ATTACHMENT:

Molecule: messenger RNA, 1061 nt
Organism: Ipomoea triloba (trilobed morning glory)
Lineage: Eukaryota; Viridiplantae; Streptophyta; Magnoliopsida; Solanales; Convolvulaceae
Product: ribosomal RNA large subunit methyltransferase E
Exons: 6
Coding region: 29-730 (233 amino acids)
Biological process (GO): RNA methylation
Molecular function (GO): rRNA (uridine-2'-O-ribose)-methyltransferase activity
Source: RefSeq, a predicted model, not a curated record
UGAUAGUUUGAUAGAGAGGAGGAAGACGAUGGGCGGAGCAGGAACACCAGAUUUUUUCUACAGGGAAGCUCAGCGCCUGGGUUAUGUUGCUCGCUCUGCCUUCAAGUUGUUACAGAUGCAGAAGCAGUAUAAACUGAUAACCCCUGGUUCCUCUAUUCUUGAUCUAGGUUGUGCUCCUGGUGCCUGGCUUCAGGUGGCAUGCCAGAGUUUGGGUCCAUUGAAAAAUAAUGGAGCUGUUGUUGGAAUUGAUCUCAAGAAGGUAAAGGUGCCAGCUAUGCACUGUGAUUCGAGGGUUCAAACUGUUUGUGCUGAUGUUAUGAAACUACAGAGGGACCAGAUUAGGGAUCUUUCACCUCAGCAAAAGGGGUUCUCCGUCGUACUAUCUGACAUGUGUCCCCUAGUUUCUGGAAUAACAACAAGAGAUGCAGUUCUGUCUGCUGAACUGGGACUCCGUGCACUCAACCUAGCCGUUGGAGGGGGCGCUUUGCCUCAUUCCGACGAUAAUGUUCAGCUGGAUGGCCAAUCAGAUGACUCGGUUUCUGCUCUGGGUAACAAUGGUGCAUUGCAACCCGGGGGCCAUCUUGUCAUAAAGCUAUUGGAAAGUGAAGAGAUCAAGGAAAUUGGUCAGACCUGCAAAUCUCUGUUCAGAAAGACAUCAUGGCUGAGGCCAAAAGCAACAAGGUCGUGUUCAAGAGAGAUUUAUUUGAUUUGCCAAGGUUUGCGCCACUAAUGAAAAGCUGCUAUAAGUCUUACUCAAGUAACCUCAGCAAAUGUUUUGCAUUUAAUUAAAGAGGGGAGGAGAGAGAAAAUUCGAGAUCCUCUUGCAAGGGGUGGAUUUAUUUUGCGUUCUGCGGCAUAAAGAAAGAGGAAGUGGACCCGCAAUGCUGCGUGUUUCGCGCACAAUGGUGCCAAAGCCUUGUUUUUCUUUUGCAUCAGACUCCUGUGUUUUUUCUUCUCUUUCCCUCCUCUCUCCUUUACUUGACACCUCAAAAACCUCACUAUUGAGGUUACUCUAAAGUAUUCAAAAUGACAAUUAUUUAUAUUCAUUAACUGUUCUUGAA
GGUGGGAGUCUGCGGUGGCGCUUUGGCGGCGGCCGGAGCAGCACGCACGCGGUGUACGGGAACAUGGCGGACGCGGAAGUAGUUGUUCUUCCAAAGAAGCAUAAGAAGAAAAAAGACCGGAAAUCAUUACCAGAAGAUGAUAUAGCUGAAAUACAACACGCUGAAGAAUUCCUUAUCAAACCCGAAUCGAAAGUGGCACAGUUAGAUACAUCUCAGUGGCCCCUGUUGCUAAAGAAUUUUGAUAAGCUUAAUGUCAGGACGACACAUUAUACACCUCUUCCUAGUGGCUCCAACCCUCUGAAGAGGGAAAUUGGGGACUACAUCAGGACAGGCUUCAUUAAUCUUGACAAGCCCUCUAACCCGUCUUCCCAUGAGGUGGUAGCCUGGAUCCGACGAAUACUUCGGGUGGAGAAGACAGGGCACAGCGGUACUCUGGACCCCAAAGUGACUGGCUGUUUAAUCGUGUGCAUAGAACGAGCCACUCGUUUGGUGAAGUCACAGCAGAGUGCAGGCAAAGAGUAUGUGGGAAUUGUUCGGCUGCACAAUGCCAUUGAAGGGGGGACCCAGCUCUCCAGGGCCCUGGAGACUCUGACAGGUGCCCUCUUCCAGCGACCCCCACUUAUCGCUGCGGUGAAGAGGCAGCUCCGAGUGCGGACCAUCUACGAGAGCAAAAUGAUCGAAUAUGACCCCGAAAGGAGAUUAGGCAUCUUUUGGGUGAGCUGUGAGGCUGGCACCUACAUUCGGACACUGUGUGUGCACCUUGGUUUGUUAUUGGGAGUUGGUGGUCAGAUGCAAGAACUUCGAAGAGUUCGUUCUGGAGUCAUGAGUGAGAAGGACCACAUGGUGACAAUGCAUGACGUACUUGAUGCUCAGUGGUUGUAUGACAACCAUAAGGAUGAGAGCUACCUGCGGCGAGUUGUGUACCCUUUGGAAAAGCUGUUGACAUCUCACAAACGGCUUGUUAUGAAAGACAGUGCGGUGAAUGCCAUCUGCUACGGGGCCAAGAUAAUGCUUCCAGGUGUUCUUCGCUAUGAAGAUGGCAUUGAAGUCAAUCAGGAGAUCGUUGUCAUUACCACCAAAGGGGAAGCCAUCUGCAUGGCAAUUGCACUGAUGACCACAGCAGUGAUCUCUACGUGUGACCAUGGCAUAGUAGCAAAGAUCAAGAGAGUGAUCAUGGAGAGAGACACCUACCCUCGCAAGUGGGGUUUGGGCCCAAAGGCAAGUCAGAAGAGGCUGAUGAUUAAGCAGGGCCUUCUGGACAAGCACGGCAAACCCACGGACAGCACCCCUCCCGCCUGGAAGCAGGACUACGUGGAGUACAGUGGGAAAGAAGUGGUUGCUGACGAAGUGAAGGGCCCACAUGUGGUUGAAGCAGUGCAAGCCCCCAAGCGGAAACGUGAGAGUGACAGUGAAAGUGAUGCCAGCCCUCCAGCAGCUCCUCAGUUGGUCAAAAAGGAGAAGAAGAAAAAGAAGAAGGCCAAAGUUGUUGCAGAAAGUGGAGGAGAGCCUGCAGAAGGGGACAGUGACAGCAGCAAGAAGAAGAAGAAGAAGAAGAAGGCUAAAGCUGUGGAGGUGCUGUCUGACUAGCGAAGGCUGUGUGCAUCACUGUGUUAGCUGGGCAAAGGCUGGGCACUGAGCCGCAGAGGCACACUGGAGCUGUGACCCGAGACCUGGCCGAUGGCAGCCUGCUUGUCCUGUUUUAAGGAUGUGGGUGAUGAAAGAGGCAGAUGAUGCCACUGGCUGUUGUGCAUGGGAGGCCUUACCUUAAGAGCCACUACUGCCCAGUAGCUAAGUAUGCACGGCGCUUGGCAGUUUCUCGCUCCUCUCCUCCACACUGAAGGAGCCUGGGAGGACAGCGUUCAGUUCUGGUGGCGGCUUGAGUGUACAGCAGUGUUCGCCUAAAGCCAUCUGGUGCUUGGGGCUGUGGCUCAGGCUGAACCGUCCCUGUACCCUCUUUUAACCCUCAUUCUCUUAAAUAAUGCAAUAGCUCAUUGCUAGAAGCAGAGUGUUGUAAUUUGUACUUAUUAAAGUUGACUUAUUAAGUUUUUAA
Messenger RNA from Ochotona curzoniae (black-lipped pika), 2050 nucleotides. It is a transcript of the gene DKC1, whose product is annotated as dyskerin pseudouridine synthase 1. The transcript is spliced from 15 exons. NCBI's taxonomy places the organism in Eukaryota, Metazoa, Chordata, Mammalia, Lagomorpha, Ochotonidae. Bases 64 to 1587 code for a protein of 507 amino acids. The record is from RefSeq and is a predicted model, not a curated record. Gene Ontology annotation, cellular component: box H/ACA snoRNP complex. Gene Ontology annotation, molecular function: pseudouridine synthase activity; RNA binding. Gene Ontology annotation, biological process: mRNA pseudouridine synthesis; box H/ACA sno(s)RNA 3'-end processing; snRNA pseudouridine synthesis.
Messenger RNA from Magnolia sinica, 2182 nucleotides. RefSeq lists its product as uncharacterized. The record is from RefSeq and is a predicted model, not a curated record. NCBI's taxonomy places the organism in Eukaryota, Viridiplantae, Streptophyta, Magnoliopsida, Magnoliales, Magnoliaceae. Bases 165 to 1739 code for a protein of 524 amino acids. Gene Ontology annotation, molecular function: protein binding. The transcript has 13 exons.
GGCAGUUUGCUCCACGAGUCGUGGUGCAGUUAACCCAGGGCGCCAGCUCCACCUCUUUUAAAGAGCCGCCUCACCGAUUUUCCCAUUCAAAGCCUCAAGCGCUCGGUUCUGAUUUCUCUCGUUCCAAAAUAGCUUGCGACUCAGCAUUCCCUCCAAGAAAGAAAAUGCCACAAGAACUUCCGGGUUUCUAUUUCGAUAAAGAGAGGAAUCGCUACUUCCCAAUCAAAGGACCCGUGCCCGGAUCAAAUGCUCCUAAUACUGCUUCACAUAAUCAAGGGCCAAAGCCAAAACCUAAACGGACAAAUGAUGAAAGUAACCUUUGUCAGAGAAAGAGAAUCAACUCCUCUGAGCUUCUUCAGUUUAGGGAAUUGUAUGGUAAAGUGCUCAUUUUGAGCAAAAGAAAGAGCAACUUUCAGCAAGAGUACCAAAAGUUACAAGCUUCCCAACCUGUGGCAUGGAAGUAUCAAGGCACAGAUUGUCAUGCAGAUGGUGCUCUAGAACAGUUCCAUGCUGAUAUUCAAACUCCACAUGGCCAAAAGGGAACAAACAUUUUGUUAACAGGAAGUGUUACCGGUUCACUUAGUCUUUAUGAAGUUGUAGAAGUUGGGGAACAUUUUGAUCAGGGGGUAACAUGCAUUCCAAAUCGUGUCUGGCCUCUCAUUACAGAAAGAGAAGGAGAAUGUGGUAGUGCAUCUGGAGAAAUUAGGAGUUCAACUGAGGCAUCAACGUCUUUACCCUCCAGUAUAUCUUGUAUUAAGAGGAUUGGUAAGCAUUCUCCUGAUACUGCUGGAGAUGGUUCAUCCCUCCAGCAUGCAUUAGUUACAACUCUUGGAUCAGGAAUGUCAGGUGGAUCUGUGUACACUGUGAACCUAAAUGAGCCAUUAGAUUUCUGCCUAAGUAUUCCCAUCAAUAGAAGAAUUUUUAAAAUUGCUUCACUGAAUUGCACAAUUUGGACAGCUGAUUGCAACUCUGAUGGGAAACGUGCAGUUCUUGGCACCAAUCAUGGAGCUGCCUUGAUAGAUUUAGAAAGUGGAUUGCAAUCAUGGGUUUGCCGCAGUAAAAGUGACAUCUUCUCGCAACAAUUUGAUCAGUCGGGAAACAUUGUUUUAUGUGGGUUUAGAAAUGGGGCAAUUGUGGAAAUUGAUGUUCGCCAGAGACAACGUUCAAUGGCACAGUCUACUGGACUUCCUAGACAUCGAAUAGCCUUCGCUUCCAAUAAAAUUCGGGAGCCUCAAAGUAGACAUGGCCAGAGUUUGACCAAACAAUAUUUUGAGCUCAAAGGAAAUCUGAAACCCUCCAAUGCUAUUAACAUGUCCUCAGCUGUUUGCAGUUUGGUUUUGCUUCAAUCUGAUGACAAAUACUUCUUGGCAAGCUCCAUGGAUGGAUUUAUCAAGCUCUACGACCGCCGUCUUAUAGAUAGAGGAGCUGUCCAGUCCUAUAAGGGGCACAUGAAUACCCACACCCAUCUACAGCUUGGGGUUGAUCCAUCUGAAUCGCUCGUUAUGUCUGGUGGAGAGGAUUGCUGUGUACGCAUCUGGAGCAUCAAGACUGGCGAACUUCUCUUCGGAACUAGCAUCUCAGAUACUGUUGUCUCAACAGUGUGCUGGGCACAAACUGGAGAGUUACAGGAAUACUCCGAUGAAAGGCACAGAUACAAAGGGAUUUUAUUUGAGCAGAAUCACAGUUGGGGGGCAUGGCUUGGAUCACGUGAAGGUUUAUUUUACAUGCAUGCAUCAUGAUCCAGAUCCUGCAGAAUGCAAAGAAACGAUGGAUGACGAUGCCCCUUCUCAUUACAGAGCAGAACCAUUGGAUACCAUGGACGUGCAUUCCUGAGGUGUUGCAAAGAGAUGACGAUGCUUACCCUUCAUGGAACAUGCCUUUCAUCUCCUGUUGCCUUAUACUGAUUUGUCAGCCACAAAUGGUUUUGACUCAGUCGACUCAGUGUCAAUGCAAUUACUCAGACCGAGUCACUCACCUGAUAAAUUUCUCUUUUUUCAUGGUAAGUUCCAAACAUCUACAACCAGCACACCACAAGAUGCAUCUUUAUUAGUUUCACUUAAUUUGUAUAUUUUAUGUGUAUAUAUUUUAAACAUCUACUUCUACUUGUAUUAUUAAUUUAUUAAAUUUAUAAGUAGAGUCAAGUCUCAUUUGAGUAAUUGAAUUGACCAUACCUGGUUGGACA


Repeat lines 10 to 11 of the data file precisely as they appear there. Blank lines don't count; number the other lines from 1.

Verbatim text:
UGAUAGUUUGAUAGAGAGGAGGAAGACGAUGGGCGGAGCAGGAACACCAGAUUUUUUCUACAGGGAAGCUCAGCGCCUGGGUUAUGUUGCUCGCUCUGCCUUCAAGUUGUUACAGAUGCAGAAGCAGUAUAAACUGAUAACCCCUGGUUCCUCUAUUCUUGAUCUAGGUUGUGCUCCUGGUGCCUGGCUUCAGGUGGCAUGCCAGAGUUUGGGUCCAUUGAAAAAUAAUGGAGCUGUUGUUGGAAUUGAUCUCAAGAAGGUAAAGGUGCCAGCUAUGCACUGUGAUUCGAGGGUUCAAACUGUUUGUGCUGAUGUUAUGAAACUACAGAGGGACCAGAUUAGGGAUCUUUCACCUCAGCAAAAGGGGUUCUCCGUCGUACUAUCUGACAUGUGUCCCCUAGUUUCUGGAAUAACAACAAGAGAUGCAGUUCUGUCUGCUGAACUGGGACUCCGUGCACUCAACCUAGCCGUUGGAGGGGGCGCUUUGCCUCAUUCCGACGAUAAUGUUCAGCUGGAUGGCCAAUCAGAUGACUCGGUUUCUGCUCUGGGUAACAAUGGUGCAUUGCAACCCGGGGGCCAUCUUGUCAUAAAGCUAUUGGAAAGUGAAGAGAUCAAGGAAAUUGGUCAGACCUGCAAAUCUCUGUUCAGAAAGACAUCAUGGCUGAGGCCAAAAGCAACAAGGUCGUGUUCAAGAGAGAUUUAUUUGAUUUGCCAAGGUUUGCGCCACUAAUGAAAAGCUGCUAUAAGUCUUACUCAAGUAACCUCAGCAAAUGUUUUGCAUUUAAUUAAAGAGGGGAGGAGAGAGAAAAUUCGAGAUCCUCUUGCAAGGGGUGGAUUUAUUUUGCGUUCUGCGGCAUAAAGAAAGAGGAAGUGGACCCGCAAUGCUGCGUGUUUCGCGCACAAUGGUGCCAAAGCCUUGUUUUUCUUUUGCAUCAGACUCCUGUGUUUUUUCUUCUCUUUCCCUCCUCUCUCCUUUACUUGACACCUCAAAAACCUCACUAUUGAGGUUACUCUAAAGUAUUCAAAAUGACAAUUAUUUAUAUUCAUUAACUGUUCUUGAA
GGUGGGAGUCUGCGGUGGCGCUUUGGCGGCGGCCGGAGCAGCACGCACGCGGUGUACGGGAACAUGGCGGACGCGGAAGUAGUUGUUCUUCCAAAGAAGCAUAAGAAGAAAAAAGACCGGAAAUCAUUACCAGAAGAUGAUAUAGCUGAAAUACAACACGCUGAAGAAUUCCUUAUCAAACCCGAAUCGAAAGUGGCACAGUUAGAUACAUCUCAGUGGCCCCUGUUGCUAAAGAAUUUUGAUAAGCUUAAUGUCAGGACGACACAUUAUACACCUCUUCCUAGUGGCUCCAACCCUCUGAAGAGGGAAAUUGGGGACUACAUCAGGACAGGCUUCAUUAAUCUUGACAAGCCCUCUAACCCGUCUUCCCAUGAGGUGGUAGCCUGGAUCCGACGAAUACUUCGGGUGGAGAAGACAGGGCACAGCGGUACUCUGGACCCCAAAGUGACUGGCUGUUUAAUCGUGUGCAUAGAACGAGCCACUCGUUUGGUGAAGUCACAGCAGAGUGCAGGCAAAGAGUAUGUGGGAAUUGUUCGGCUGCACAAUGCCAUUGAAGGGGGGACCCAGCUCUCCAGGGCCCUGGAGACUCUGACAGGUGCCCUCUUCCAGCGACCCCCACUUAUCGCUGCGGUGAAGAGGCAGCUCCGAGUGCGGACCAUCUACGAGAGCAAAAUGAUCGAAUAUGACCCCGAAAGGAGAUUAGGCAUCUUUUGGGUGAGCUGUGAGGCUGGCACCUACAUUCGGACACUGUGUGUGCACCUUGGUUUGUUAUUGGGAGUUGGUGGUCAGAUGCAAGAACUUCGAAGAGUUCGUUCUGGAGUCAUGAGUGAGAAGGACCACAUGGUGACAAUGCAUGACGUACUUGAUGCUCAGUGGUUGUAUGACAACCAUAAGGAUGAGAGCUACCUGCGGCGAGUUGUGUACCCUUUGGAAAAGCUGUUGACAUCUCACAAACGGCUUGUUAUGAAAGACAGUGCGGUGAAUGCCAUCUGCUACGGGGCCAAGAUAAUGCUUCCAGGUGUUCUUCGCUAUGAAGAUGGCAUUGAAGUCAAUCAGGAGAUCGUUGUCAUUACCACCAAAGGGGAAGCCAUCUGCAUGGCAAUUGCACUGAUGACCACAGCAGUGAUCUCUACGUGUGACCAUGGCAUAGUAGCAAAGAUCAAGAGAGUGAUCAUGGAGAGAGACACCUACCCUCGCAAGUGGGGUUUGGGCCCAAAGGCAAGUCAGAAGAGGCUGAUGAUUAAGCAGGGCCUUCUGGACAAGCACGGCAAACCCACGGACAGCACCCCUCCCGCCUGGAAGCAGGACUACGUGGAGUACAGUGGGAAAGAAGUGGUUGCUGACGAAGUGAAGGGCCCACAUGUGGUUGAAGCAGUGCAAGCCCCCAAGCGGAAACGUGAGAGUGACAGUGAAAGUGAUGCCAGCCCUCCAGCAGCUCCUCAGUUGGUCAAAAAGGAGAAGAAGAAAAAGAAGAAGGCCAAAGUUGUUGCAGAAAGUGGAGGAGAGCCUGCAGAAGGGGACAGUGACAGCAGCAAGAAGAAGAAGAAGAAGAAGAAGGCUAAAGCUGUGGAGGUGCUGUCUGACUAGCGAAGGCUGUGUGCAUCACUGUGUUAGCUGGGCAAAGGCUGGGCACUGAGCCGCAGAGGCACACUGGAGCUGUGACCCGAGACCUGGCCGAUGGCAGCCUGCUUGUCCUGUUUUAAGGAUGUGGGUGAUGAAAGAGGCAGAUGAUGCCACUGGCUGUUGUGCAUGGGAGGCCUUACCUUAAGAGCCACUACUGCCCAGUAGCUAAGUAUGCACGGCGCUUGGCAGUUUCUCGCUCCUCUCCUCCACACUGAAGGAGCCUGGGAGGACAGCGUUCAGUUCUGGUGGCGGCUUGAGUGUACAGCAGUGUUCGCCUAAAGCCAUCUGGUGCUUGGGGCUGUGGCUCAGGCUGAACCGUCCCUGUACCCUCUUUUAACCCUCAUUCUCUUAAAUAAUGCAAUAGCUCAUUGCUAGAAGCAGAGUGUUGUAAUUUGUACUUAUUAAAGUUGACUUAUUAAGUUUUUAA